Do you Have Hypertension? More than 65% of people with suffering from hypertension or high blood pressure and do not know it. This condition often has no symptoms and is often overlooked. Today there are many things you can do to control your hypertension. This is a serious disease that affects millions of people. With the epidemic of obesity in the US, we are also seeing a rise in this serious, but reversible disease.
One in three or over 75 million American children and adults suffer from hypertension. It is the number cause of heart attack and stroke. Hypertension is caused by a lung disorder. It is also called unexplained hypertension, because, the causes are unknown. When the blood pressure in the pulmonary artery is elevated above normal without apparent causes. The pulmonary artery carries oxygen-deficient blood from the right side of the heart to the lungs. The lungs then carry fresh oxygen to the left ventricle which delivers it throughout the body.
Like pulmonary hypertension, doctors are not sure in most cases what causes hypertension. However, they do know what can make it worse. Lifestyle has a lot to do with managing high blood pressure. What it eat and drink, the type of job you have, your family can all contribute to hypertension. Some things can not be controlled, like heredity. Some things are in your control like:
Stress: Constant unmanaged stress in itself, is harmful to the mind and body. It can also make hypertension worse. Stress causes the heart rate to elevate causing the heart to work harder, thus causing blood pressure to rise. These things can affect you:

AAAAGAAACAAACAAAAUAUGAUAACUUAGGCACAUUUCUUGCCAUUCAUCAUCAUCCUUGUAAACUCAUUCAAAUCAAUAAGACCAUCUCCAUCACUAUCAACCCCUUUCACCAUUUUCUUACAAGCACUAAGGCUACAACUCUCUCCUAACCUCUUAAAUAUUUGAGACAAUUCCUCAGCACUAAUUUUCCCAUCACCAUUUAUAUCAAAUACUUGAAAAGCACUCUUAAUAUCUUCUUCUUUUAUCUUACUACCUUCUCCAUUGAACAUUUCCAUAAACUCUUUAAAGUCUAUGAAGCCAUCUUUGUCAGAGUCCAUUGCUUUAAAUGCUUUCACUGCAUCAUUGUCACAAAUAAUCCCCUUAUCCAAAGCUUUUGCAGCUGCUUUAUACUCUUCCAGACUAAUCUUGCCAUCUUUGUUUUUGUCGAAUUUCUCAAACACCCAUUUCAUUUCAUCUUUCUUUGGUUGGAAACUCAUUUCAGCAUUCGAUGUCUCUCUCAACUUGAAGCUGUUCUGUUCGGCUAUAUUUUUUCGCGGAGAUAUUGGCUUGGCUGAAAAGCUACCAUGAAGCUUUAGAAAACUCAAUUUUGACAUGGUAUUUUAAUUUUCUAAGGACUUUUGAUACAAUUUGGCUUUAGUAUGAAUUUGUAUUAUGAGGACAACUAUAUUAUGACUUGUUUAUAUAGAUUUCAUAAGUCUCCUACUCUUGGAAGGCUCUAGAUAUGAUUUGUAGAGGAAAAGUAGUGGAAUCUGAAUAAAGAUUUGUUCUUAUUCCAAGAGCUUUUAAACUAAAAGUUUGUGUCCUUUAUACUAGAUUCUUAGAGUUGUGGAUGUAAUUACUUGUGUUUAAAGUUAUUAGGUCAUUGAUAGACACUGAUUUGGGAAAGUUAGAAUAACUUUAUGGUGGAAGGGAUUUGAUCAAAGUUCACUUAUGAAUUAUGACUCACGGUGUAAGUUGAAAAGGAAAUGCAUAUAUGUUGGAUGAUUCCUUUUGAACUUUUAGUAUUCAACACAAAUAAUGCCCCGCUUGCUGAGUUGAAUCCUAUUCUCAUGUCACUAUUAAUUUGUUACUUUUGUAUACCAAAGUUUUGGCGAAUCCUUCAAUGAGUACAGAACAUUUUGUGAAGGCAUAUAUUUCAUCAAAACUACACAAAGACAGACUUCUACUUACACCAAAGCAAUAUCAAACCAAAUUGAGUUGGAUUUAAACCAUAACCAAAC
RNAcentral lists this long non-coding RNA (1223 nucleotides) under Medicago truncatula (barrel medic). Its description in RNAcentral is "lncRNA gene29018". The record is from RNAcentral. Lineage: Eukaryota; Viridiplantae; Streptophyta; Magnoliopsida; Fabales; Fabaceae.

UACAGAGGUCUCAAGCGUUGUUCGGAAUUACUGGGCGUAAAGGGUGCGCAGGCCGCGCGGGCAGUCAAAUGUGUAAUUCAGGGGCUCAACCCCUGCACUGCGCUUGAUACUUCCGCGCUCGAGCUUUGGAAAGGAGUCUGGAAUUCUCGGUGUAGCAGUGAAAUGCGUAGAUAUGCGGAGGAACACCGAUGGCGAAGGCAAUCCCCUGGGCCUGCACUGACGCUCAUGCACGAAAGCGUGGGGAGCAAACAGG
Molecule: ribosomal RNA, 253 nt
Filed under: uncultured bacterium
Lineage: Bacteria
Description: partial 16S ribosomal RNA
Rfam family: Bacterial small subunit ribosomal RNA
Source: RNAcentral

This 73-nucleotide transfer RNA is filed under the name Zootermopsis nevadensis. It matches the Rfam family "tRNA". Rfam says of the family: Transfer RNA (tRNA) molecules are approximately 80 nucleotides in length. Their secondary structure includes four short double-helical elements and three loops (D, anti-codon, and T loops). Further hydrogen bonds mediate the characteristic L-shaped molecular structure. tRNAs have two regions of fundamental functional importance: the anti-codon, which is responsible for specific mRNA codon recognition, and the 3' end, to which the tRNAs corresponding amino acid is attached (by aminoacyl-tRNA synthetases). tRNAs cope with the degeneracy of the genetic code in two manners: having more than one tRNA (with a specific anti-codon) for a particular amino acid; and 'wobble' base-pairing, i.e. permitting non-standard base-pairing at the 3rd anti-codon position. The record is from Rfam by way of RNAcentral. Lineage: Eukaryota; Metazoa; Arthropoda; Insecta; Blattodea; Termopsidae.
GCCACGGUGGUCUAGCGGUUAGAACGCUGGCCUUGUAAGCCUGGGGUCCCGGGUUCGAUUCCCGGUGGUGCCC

Obesity: When the body carries extra weight, it causes the heart to work harder.
Smoking: Substances in cigarettes, cigars, and snuff causes blood vessels to narrow, causing the heart to work hard to move through the body and blood pressure to rise
Salt: Too much salt causes the body to retain water, causing blood pressure to rise.
Genetics (cannot be helped): Some people are predisposed to having hypertension. Hypertension can run in families.
Symptoms of Hypertension
Symptoms of primary pulmonary hypertension are:
- chest pains
- difficulty breathing
- swelling of ankles and legs
- blue tint to lips and skin
PHH is treated with diuretics, the blood thinner (anticoagulants) or supplemental oxygen. Those who do not respond to these therapies may need and heart or lung transplant.
The Silent Killer
Most of the time, you may have high blood pressure and not know it. That is why it is called the silent killer. It is very important to see your physician regularly. If you can not afford to go to the doctor, most cities have free clinics, that will charge you according to your income. The first thing that will be done, is your blood pressure will be taken. If this condition runs in your family it is very important, to see a doctor every year.
Lifestyle Changes that Help
The blood pressure goal for otherwise healthy people is, less than140 for systolic and less than 90 for diastolic. For people with diabetes or renal disease the goal is 130/80, and for people with heart disease, 140/90. Lifestyle changes can make a big impact on hypertension. Something as low as a 5 to 10-pound weight loss can normalize high blood pressure. Look for natural methods, to control this condition. Many methods are inexpensive, and some don’t cost anything at all.
- Lose weight
- Stop smoking
- Drink in moderation
- Maintain, calcium, magnesium, and potassium
- Reduce cholesterol and saturated fats
- Lower Blood Pressure without Drugs
Medication for Hypertension
When you are pre-hypertensive, your doctor will usually not prescribe medication. He or will usually suggest, diet and exercise changes. Once you are diagnosed with high blood pressure, you will then be given medication. Some medication may cause side effects, such as dizziness when standing, dry mouth, weight gain, or frequent urination.
It is vital that you continue to take medication that has been prescribed. Do not skip doses, even if you feel fine. If you are having uncomfortable side effects, do not stop taking your medicine, but discuss this with your doctor, so that they can make changes to the script. Keep communicating with your physician, until you get the medication that is right for you.